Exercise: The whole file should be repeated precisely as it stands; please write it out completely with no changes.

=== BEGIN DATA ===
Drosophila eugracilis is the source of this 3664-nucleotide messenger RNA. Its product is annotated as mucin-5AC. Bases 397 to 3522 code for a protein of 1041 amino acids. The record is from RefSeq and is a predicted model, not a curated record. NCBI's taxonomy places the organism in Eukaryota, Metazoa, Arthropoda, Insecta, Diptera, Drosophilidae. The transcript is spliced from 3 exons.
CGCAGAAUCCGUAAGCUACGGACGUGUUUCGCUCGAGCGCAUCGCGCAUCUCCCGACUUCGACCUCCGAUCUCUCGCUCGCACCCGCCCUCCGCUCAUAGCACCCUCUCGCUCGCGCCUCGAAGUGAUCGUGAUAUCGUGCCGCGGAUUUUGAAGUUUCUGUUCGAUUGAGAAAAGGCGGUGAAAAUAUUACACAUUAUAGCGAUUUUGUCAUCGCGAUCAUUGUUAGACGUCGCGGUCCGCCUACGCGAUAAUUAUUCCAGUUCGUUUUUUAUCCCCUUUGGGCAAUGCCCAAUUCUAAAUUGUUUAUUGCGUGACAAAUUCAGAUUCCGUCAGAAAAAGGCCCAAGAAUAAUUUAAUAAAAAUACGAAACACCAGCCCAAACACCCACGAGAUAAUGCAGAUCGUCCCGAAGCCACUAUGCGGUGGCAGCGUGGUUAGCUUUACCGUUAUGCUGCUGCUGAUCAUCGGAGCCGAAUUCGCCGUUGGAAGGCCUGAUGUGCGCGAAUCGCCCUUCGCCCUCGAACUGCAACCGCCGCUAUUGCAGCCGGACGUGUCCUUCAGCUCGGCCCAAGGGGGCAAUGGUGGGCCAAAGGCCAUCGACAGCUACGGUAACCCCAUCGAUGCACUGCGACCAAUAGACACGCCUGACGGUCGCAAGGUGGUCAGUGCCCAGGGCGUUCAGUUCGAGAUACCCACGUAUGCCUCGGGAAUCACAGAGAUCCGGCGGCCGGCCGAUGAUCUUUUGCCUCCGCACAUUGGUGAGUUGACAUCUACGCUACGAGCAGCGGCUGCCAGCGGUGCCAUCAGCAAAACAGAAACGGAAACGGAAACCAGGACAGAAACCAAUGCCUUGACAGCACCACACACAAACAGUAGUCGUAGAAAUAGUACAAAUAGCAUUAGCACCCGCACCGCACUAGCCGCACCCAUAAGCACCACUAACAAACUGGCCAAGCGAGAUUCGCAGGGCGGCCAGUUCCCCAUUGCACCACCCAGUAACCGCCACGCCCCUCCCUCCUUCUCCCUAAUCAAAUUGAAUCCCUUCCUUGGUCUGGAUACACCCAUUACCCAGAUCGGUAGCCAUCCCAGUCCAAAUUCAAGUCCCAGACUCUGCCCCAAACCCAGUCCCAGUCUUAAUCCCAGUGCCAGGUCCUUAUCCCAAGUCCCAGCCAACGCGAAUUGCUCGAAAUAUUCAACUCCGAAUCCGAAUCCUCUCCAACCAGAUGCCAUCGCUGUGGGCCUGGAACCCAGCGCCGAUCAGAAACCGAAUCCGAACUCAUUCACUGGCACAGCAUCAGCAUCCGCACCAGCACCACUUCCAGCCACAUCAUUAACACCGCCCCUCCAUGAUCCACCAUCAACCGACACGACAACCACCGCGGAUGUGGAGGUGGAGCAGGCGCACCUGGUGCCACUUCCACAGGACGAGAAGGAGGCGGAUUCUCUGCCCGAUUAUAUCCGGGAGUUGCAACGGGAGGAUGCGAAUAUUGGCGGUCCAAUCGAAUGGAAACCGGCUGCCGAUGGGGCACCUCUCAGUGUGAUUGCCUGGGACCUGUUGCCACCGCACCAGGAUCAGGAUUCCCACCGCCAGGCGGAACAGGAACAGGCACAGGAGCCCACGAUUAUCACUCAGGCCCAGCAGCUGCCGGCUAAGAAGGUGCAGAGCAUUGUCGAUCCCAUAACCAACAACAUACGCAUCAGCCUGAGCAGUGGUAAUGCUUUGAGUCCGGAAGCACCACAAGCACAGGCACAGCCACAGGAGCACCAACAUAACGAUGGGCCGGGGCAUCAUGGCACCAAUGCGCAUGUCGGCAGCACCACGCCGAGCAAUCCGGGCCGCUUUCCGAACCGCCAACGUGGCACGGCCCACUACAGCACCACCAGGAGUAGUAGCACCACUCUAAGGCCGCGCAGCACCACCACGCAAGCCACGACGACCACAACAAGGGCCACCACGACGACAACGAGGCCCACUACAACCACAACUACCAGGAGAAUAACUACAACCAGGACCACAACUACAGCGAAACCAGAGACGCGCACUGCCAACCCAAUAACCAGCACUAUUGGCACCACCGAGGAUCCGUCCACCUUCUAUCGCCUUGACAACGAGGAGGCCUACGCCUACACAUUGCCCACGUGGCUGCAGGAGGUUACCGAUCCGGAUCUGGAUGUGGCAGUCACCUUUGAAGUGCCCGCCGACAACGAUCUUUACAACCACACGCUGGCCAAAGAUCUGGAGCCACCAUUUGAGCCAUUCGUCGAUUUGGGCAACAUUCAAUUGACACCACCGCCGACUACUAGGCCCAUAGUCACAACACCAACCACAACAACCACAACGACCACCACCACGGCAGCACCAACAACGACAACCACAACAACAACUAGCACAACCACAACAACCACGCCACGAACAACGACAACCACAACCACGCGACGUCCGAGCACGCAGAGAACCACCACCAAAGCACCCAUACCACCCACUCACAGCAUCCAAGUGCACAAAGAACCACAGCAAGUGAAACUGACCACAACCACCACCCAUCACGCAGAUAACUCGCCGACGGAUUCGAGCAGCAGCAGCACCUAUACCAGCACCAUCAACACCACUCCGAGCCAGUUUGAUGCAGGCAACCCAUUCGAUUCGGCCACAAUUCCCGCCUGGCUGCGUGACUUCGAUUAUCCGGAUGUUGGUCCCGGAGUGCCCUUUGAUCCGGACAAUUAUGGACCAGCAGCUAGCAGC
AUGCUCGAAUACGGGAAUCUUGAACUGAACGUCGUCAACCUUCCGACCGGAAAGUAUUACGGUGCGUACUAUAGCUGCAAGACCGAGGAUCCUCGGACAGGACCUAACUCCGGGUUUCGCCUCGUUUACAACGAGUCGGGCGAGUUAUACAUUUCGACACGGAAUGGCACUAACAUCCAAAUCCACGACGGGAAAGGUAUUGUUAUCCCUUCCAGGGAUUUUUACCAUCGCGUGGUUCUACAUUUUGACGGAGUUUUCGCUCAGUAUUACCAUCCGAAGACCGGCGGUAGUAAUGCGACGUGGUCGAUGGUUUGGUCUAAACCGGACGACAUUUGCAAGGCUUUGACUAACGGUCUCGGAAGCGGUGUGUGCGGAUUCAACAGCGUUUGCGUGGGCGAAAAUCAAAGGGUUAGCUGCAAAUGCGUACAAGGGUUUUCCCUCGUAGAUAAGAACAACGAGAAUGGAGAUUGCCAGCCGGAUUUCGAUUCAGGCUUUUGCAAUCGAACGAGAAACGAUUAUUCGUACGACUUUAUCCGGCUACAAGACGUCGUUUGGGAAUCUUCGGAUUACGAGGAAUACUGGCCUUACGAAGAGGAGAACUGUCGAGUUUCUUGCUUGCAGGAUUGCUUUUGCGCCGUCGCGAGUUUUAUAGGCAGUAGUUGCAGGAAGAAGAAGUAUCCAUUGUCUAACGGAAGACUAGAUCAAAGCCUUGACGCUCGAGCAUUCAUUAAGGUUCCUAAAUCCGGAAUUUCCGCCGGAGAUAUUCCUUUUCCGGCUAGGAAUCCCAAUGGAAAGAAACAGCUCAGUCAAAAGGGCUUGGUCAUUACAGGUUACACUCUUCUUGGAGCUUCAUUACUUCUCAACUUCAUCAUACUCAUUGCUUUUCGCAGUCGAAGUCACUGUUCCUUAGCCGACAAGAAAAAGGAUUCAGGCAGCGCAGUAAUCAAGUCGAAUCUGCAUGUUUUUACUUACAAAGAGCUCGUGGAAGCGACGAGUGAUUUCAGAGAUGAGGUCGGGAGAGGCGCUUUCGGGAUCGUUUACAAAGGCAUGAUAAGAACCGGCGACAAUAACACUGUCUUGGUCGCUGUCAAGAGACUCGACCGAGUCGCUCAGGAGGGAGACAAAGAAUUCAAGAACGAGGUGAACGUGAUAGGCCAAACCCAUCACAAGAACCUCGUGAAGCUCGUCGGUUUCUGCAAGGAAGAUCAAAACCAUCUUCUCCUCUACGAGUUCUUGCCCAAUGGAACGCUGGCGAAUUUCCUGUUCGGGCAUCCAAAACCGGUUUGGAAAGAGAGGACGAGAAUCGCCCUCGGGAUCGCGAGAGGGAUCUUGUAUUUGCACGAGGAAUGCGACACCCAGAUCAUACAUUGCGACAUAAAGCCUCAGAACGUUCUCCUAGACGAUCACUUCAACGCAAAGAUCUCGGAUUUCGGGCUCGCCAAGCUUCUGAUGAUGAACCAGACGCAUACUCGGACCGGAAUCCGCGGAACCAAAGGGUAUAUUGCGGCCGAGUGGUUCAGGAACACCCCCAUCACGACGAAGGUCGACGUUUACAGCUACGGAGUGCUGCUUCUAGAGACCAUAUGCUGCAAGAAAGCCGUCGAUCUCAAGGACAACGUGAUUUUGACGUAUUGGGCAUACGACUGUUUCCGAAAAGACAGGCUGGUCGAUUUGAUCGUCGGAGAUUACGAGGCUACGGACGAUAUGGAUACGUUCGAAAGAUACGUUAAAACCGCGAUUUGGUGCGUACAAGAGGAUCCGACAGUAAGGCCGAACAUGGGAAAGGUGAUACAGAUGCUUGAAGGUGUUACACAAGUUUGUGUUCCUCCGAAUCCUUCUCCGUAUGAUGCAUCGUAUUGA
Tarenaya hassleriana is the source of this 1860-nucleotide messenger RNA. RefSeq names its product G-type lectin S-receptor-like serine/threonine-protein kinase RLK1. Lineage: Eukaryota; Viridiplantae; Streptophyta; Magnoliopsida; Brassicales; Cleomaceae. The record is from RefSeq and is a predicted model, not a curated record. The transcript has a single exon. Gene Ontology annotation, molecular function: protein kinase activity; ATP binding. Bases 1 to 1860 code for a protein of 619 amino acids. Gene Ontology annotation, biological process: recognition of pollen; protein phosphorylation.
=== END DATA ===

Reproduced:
Drosophila eugracilis is the source of this 3664-nucleotide messenger RNA. Its product is annotated as mucin-5AC. Bases 397 to 3522 code for a protein of 1041 amino acids. The record is from RefSeq and is a predicted model, not a curated record. NCBI's taxonomy places the organism in Eukaryota, Metazoa, Arthropoda, Insecta, Diptera, Drosophilidae. The transcript is spliced from 3 exons.
CGCAGAAUCCGUAAGCUACGGACGUGUUUCGCUCGAGCGCAUCGCGCAUCUCCCGACUUCGACCUCCGAUCUCUCGCUCGCACCCGCCCUCCGCUCAUAGCACCCUCUCGCUCGCGCCUCGAAGUGAUCGUGAUAUCGUGCCGCGGAUUUUGAAGUUUCUGUUCGAUUGAGAAAAGGCGGUGAAAAUAUUACACAUUAUAGCGAUUUUGUCAUCGCGAUCAUUGUUAGACGUCGCGGUCCGCCUACGCGAUAAUUAUUCCAGUUCGUUUUUUAUCCCCUUUGGGCAAUGCCCAAUUCUAAAUUGUUUAUUGCGUGACAAAUUCAGAUUCCGUCAGAAAAAGGCCCAAGAAUAAUUUAAUAAAAAUACGAAACACCAGCCCAAACACCCACGAGAUAAUGCAGAUCGUCCCGAAGCCACUAUGCGGUGGCAGCGUGGUUAGCUUUACCGUUAUGCUGCUGCUGAUCAUCGGAGCCGAAUUCGCCGUUGGAAGGCCUGAUGUGCGCGAAUCGCCCUUCGCCCUCGAACUGCAACCGCCGCUAUUGCAGCCGGACGUGUCCUUCAGCUCGGCCCAAGGGGGCAAUGGUGGGCCAAAGGCCAUCGACAGCUACGGUAACCCCAUCGAUGCACUGCGACCAAUAGACACGCCUGACGGUCGCAAGGUGGUCAGUGCCCAGGGCGUUCAGUUCGAGAUACCCACGUAUGCCUCGGGAAUCACAGAGAUCCGGCGGCCGGCCGAUGAUCUUUUGCCUCCGCACAUUGGUGAGUUGACAUCUACGCUACGAGCAGCGGCUGCCAGCGGUGCCAUCAGCAAAACAGAAACGGAAACGGAAACCAGGACAGAAACCAAUGCCUUGACAGCACCACACACAAACAGUAGUCGUAGAAAUAGUACAAAUAGCAUUAGCACCCGCACCGCACUAGCCGCACCCAUAAGCACCACUAACAAACUGGCCAAGCGAGAUUCGCAGGGCGGCCAGUUCCCCAUUGCACCACCCAGUAACCGCCACGCCCCUCCCUCCUUCUCCCUAAUCAAAUUGAAUCCCUUCCUUGGUCUGGAUACACCCAUUACCCAGAUCGGUAGCCAUCCCAGUCCAAAUUCAAGUCCCAGACUCUGCCCCAAACCCAGUCCCAGUCUUAAUCCCAGUGCCAGGUCCUUAUCCCAAGUCCCAGCCAACGCGAAUUGCUCGAAAUAUUCAACUCCGAAUCCGAAUCCUCUCCAACCAGAUGCCAUCGCUGUGGGCCUGGAACCCAGCGCCGAUCAGAAACCGAAUCCGAACUCAUUCACUGGCACAGCAUCAGCAUCCGCACCAGCACCACUUCCAGCCACAUCAUUAACACCGCCCCUCCAUGAUCCACCAUCAACCGACACGACAACCACCGCGGAUGUGGAGGUGGAGCAGGCGCACCUGGUGCCACUUCCACAGGACGAGAAGGAGGCGGAUUCUCUGCCCGAUUAUAUCCGGGAGUUGCAACGGGAGGAUGCGAAUAUUGGCGGUCCAAUCGAAUGGAAACCGGCUGCCGAUGGGGCACCUCUCAGUGUGAUUGCCUGGGACCUGUUGCCACCGCACCAGGAUCAGGAUUCCCACCGCCAGGCGGAACAGGAACAGGCACAGGAGCCCACGAUUAUCACUCAGGCCCAGCAGCUGCCGGCUAAGAAGGUGCAGAGCAUUGUCGAUCCCAUAACCAACAACAUACGCAUCAGCCUGAGCAGUGGUAAUGCUUUGAGUCCGGAAGCACCACAAGCACAGGCACAGCCACAGGAGCACCAACAUAACGAUGGGCCGGGGCAUCAUGGCACCAAUGCGCAUGUCGGCAGCACCACGCCGAGCAAUCCGGGCCGCUUUCCGAACCGCCAACGUGGCACGGCCCACUACAGCACCACCAGGAGUAGUAGCACCACUCUAAGGCCGCGCAGCACCACCACGCAAGCCACGACGACCACAACAAGGGCCACCACGACGACAACGAGGCCCACUACAACCACAACUACCAGGAGAAUAACUACAACCAGGACCACAACUACAGCGAAACCAGAGACGCGCACUGCCAACCCAAUAACCAGCACUAUUGGCACCACCGAGGAUCCGUCCACCUUCUAUCGCCUUGACAACGAGGAGGCCUACGCCUACACAUUGCCCACGUGGCUGCAGGAGGUUACCGAUCCGGAUCUGGAUGUGGCAGUCACCUUUGAAGUGCCCGCCGACAACGAUCUUUACAACCACACGCUGGCCAAAGAUCUGGAGCCACCAUUUGAGCCAUUCGUCGAUUUGGGCAACAUUCAAUUGACACCACCGCCGACUACUAGGCCCAUAGUCACAACACCAACCACAACAACCACAACGACCACCACCACGGCAGCACCAACAACGACAACCACAACAACAACUAGCACAACCACAACAACCACGCCACGAACAACGACAACCACAACCACGCGACGUCCGAGCACGCAGAGAACCACCACCAAAGCACCCAUACCACCCACUCACAGCAUCCAAGUGCACAAAGAACCACAGCAAGUGAAACUGACCACAACCACCACCCAUCACGCAGAUAACUCGCCGACGGAUUCGAGCAGCAGCAGCACCUAUACCAGCACCAUCAACACCACUCCGAGCCAGUUUGAUGCAGGCAACCCAUUCGAUUCGGCCACAAUUCCCGCCUGGCUGCGUGACUUCGAUUAUCCGGAUGUUGGUCCCGGAGUGCCCUUUGAUCCGGACAAUUAUGGACCAGCAGCUAGCAGC
AUGCUCGAAUACGGGAAUCUUGAACUGAACGUCGUCAACCUUCCGACCGGAAAGUAUUACGGUGCGUACUAUAGCUGCAAGACCGAGGAUCCUCGGACAGGACCUAACUCCGGGUUUCGCCUCGUUUACAACGAGUCGGGCGAGUUAUACAUUUCGACACGGAAUGGCACUAACAUCCAAAUCCACGACGGGAAAGGUAUUGUUAUCCCUUCCAGGGAUUUUUACCAUCGCGUGGUUCUACAUUUUGACGGAGUUUUCGCUCAGUAUUACCAUCCGAAGACCGGCGGUAGUAAUGCGACGUGGUCGAUGGUUUGGUCUAAACCGGACGACAUUUGCAAGGCUUUGACUAACGGUCUCGGAAGCGGUGUGUGCGGAUUCAACAGCGUUUGCGUGGGCGAAAAUCAAAGGGUUAGCUGCAAAUGCGUACAAGGGUUUUCCCUCGUAGAUAAGAACAACGAGAAUGGAGAUUGCCAGCCGGAUUUCGAUUCAGGCUUUUGCAAUCGAACGAGAAACGAUUAUUCGUACGACUUUAUCCGGCUACAAGACGUCGUUUGGGAAUCUUCGGAUUACGAGGAAUACUGGCCUUACGAAGAGGAGAACUGUCGAGUUUCUUGCUUGCAGGAUUGCUUUUGCGCCGUCGCGAGUUUUAUAGGCAGUAGUUGCAGGAAGAAGAAGUAUCCAUUGUCUAACGGAAGACUAGAUCAAAGCCUUGACGCUCGAGCAUUCAUUAAGGUUCCUAAAUCCGGAAUUUCCGCCGGAGAUAUUCCUUUUCCGGCUAGGAAUCCCAAUGGAAAGAAACAGCUCAGUCAAAAGGGCUUGGUCAUUACAGGUUACACUCUUCUUGGAGCUUCAUUACUUCUCAACUUCAUCAUACUCAUUGCUUUUCGCAGUCGAAGUCACUGUUCCUUAGCCGACAAGAAAAAGGAUUCAGGCAGCGCAGUAAUCAAGUCGAAUCUGCAUGUUUUUACUUACAAAGAGCUCGUGGAAGCGACGAGUGAUUUCAGAGAUGAGGUCGGGAGAGGCGCUUUCGGGAUCGUUUACAAAGGCAUGAUAAGAACCGGCGACAAUAACACUGUCUUGGUCGCUGUCAAGAGACUCGACCGAGUCGCUCAGGAGGGAGACAAAGAAUUCAAGAACGAGGUGAACGUGAUAGGCCAAACCCAUCACAAGAACCUCGUGAAGCUCGUCGGUUUCUGCAAGGAAGAUCAAAACCAUCUUCUCCUCUACGAGUUCUUGCCCAAUGGAACGCUGGCGAAUUUCCUGUUCGGGCAUCCAAAACCGGUUUGGAAAGAGAGGACGAGAAUCGCCCUCGGGAUCGCGAGAGGGAUCUUGUAUUUGCACGAGGAAUGCGACACCCAGAUCAUACAUUGCGACAUAAAGCCUCAGAACGUUCUCCUAGACGAUCACUUCAACGCAAAGAUCUCGGAUUUCGGGCUCGCCAAGCUUCUGAUGAUGAACCAGACGCAUACUCGGACCGGAAUCCGCGGAACCAAAGGGUAUAUUGCGGCCGAGUGGUUCAGGAACACCCCCAUCACGACGAAGGUCGACGUUUACAGCUACGGAGUGCUGCUUCUAGAGACCAUAUGCUGCAAGAAAGCCGUCGAUCUCAAGGACAACGUGAUUUUGACGUAUUGGGCAUACGACUGUUUCCGAAAAGACAGGCUGGUCGAUUUGAUCGUCGGAGAUUACGAGGCUACGGACGAUAUGGAUACGUUCGAAAGAUACGUUAAAACCGCGAUUUGGUGCGUACAAGAGGAUCCGACAGUAAGGCCGAACAUGGGAAAGGUGAUACAGAUGCUUGAAGGUGUUACACAAGUUUGUGUUCCUCCGAAUCCUUCUCCGUAUGAUGCAUCGUAUUGA
Tarenaya hassleriana is the source of this 1860-nucleotide messenger RNA. RefSeq names its product G-type lectin S-receptor-like serine/threonine-protein kinase RLK1. Lineage: Eukaryota; Viridiplantae; Streptophyta; Magnoliopsida; Brassicales; Cleomaceae. The record is from RefSeq and is a predicted model, not a curated record. The transcript has a single exon. Gene Ontology annotation, molecular function: protein kinase activity; ATP binding. Bases 1 to 1860 code for a protein of 619 amino acids. Gene Ontology annotation, biological process: recognition of pollen; protein phosphorylation.